Colombia on Your Plate at Colombian Cuisine Restauarant

I'm beginning to wonder if I may have a fetish for strip center restaurants, as I look at the posts I've submitted..., there seems to be a theme. That notwithstanding, if the food is good, the location is irrelevant. This is certainly true when it comes to Colombian Cuisine Restaurant (13920 Westheimer). The name of the restaurant is as basic as its appearance, but there's so much more than meets the eye.

Located on Westheimer just east of Highway 6 and open since 1992, this nice and relaxed restaurant serves up some good Latin food. We stopped by Saturday night and were surprised by how slow it seemed. This was my husband's first visit, so he was a bit concerned; to allay his concerns, I ordered up some beers and a couple of empanadas.

As usual, the corn empanadas were nice and crisp with a mild potato and ground beef filling. I like topping them with the house hot sauce, which is very similar to a chimichurri, but with vinegar, a bit of habanero pepper for heat, and finely diced bell peppers and onions. This sauce is magical on their meats as well.

As we gobbled down the empanadas, we got busy figuring out what to eat. I must admit I was perturbed to see a good number of Mexican options on the menu, and I had to ask what was up. Lisette, our attentive waitress, explained the owner wanted to ensure there were familiar options for those patrons who may not be as comfortable (or willing to be adventurous) with Colombian food. Makes sense, I guess, and I could write a whole post on this single issue, but I digress. Back to the menu.

I kept eyeing the Lengua Criolla, beef tongue in a tomatoey sauce. Lisette assured me it was divine; I decided to trust her. On my suggestion, the hubby ordered the Bandeja Paisa. This Colombian classic is a carnivore's wet dream: a slab of skirt steak cooked perfectly rare, a couple of homemade chorizo links, chicharrón and an egg to top it all off. The chorizo was thick and pork meaty, the kind I grew up eating, similar to andouille sausage, but spiced with achiote. The chicharrón makes my heart beat faster and my mouth water just thinking about it. We Latinos have a love affair with this porky goodness. Here in the US there are pork rinds, but to us, chicharrón comes with some meat, some fat and the skin/rind, lightly salted and cooked till tender, then fried to a crisp. When it's done right, the fat is firm, the rind is crisp and it crackles as you bite into it. It is pork heaven.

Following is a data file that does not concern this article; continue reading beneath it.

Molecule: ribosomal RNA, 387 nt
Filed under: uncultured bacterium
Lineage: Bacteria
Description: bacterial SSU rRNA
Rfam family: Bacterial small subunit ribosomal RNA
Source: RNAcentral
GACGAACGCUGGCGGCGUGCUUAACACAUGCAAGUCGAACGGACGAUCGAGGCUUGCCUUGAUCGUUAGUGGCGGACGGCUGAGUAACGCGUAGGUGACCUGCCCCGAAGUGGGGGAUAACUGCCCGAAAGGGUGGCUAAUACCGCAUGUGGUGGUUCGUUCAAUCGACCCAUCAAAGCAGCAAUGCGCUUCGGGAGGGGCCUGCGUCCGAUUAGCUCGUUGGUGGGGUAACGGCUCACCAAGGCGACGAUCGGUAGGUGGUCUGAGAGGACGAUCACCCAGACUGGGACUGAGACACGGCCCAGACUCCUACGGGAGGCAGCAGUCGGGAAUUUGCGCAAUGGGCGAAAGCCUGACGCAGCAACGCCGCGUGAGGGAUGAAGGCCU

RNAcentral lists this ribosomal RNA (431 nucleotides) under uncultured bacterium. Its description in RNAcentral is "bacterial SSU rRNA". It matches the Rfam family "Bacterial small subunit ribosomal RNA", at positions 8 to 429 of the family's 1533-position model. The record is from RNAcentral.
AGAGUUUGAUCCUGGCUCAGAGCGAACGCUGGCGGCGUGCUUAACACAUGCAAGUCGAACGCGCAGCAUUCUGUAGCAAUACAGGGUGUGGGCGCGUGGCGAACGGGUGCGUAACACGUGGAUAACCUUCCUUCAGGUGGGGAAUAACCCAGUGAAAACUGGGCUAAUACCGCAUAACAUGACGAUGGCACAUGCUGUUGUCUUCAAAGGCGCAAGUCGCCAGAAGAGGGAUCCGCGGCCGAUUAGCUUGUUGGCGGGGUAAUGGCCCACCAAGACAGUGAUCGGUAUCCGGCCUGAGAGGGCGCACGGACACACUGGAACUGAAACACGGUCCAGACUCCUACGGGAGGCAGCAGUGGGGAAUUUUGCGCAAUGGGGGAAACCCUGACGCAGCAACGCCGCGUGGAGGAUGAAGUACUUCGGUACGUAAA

Shall we talk about that Lengua Criolla? Yes, lets. The tongue was tender and flavorful; it tastes a lot like brisket. It is served with a tomato based sauce that begins with sofrito, a combination of aromatics, stewed in the sauce with potatoes and carrots. It was delicious, just as promised. Both meals were served with white rice, awesome kidney beans and sweet fried plantains. The husband is now a believer and you will be too.

Colombian Cuisine Restaurant is kind to your pocket and they serve lunch specials daily for as low as $7.99. Add this one to your list of restaurants you must visit. What about you? Where do you go for down-home food? Drop me a line and tell me which one to visit next.

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